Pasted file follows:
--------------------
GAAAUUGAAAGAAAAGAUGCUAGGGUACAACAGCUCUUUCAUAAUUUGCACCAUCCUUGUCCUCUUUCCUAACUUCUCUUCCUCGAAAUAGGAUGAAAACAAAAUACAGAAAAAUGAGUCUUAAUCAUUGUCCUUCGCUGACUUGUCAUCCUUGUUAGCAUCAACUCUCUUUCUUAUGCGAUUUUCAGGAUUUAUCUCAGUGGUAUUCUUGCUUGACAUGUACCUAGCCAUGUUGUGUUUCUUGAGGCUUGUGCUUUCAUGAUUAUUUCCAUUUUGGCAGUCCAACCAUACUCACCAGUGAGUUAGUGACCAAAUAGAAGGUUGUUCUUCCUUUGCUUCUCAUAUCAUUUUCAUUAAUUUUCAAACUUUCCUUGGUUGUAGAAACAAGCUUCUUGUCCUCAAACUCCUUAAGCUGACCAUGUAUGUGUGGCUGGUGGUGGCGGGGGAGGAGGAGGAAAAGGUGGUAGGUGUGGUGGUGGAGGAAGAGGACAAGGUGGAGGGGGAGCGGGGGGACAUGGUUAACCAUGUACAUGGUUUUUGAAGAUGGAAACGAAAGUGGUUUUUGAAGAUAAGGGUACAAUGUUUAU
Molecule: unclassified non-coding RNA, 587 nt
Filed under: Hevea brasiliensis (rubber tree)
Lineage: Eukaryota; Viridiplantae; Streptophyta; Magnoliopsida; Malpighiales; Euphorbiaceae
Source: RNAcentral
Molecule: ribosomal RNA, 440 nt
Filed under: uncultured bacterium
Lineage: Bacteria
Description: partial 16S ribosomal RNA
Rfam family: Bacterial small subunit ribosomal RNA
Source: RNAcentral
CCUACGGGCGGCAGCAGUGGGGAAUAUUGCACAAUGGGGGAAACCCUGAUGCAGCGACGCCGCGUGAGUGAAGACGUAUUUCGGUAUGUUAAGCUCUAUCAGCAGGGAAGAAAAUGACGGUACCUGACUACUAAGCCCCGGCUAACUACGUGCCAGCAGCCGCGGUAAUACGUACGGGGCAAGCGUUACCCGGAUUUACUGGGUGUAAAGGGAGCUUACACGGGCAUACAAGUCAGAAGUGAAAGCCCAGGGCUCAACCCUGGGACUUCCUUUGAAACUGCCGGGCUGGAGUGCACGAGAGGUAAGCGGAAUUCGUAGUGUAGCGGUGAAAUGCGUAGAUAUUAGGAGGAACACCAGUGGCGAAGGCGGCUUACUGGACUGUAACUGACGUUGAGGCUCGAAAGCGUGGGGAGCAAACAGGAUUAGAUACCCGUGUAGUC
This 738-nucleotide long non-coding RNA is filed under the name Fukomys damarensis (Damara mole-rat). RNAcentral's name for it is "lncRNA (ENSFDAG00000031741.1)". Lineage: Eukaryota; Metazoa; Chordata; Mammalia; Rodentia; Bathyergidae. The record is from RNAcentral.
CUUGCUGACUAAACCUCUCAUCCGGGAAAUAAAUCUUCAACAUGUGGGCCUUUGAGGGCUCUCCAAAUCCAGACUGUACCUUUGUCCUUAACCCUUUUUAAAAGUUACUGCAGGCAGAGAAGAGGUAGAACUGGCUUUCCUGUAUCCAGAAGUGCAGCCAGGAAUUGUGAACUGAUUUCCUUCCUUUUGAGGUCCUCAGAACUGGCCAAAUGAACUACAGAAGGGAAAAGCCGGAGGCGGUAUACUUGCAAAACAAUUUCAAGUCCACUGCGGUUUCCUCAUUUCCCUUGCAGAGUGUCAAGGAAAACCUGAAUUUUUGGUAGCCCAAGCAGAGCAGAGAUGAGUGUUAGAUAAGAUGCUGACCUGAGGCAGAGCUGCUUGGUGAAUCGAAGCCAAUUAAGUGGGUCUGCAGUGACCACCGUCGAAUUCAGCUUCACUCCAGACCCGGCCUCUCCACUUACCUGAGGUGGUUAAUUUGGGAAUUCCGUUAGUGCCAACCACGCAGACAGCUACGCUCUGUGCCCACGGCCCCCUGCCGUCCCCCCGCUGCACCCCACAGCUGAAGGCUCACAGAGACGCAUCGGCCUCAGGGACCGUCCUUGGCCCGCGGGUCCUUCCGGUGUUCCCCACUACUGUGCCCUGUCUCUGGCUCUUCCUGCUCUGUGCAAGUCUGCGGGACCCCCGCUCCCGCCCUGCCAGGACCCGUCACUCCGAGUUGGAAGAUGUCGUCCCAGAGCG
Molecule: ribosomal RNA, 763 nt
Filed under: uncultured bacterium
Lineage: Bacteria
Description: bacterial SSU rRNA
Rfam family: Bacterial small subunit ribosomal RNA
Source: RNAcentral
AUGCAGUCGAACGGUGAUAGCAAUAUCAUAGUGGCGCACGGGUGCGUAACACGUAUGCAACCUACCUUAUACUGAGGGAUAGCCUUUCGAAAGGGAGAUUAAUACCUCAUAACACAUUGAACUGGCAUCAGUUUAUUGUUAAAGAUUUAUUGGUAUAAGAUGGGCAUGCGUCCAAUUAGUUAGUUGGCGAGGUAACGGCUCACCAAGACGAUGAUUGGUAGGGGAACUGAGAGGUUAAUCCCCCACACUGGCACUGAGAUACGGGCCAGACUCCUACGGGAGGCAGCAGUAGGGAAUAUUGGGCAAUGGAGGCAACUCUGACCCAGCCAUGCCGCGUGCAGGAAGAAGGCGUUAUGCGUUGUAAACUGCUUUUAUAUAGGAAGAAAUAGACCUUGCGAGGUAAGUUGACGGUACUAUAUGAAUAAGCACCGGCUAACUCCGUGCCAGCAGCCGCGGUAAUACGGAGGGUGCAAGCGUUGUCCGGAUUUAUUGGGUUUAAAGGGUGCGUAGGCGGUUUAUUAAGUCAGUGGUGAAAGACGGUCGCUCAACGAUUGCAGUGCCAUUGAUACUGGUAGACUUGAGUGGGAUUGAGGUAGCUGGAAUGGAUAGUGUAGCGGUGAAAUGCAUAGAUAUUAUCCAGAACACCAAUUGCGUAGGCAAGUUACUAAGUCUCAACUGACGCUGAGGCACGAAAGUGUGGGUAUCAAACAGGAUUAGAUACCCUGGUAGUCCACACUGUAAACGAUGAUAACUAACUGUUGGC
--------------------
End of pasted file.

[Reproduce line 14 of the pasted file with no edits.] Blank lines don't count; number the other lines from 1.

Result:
CUUGCUGACUAAACCUCUCAUCCGGGAAAUAAAUCUUCAACAUGUGGGCCUUUGAGGGCUCUCCAAAUCCAGACUGUACCUUUGUCCUUAACCCUUUUUAAAAGUUACUGCAGGCAGAGAAGAGGUAGAACUGGCUUUCCUGUAUCCAGAAGUGCAGCCAGGAAUUGUGAACUGAUUUCCUUCCUUUUGAGGUCCUCAGAACUGGCCAAAUGAACUACAGAAGGGAAAAGCCGGAGGCGGUAUACUUGCAAAACAAUUUCAAGUCCACUGCGGUUUCCUCAUUUCCCUUGCAGAGUGUCAAGGAAAACCUGAAUUUUUGGUAGCCCAAGCAGAGCAGAGAUGAGUGUUAGAUAAGAUGCUGACCUGAGGCAGAGCUGCUUGGUGAAUCGAAGCCAAUUAAGUGGGUCUGCAGUGACCACCGUCGAAUUCAGCUUCACUCCAGACCCGGCCUCUCCACUUACCUGAGGUGGUUAAUUUGGGAAUUCCGUUAGUGCCAACCACGCAGACAGCUACGCUCUGUGCCCACGGCCCCCUGCCGUCCCCCCGCUGCACCCCACAGCUGAAGGCUCACAGAGACGCAUCGGCCUCAGGGACCGUCCUUGGCCCGCGGGUCCUUCCGGUGUUCCCCACUACUGUGCCCUGUCUCUGGCUCUUCCUGCUCUGUGCAAGUCUGCGGGACCCCCGCUCCCGCCCUGCCAGGACCCGUCACUCCGAGUUGGAAGAUGUCGUCCCAGAGCG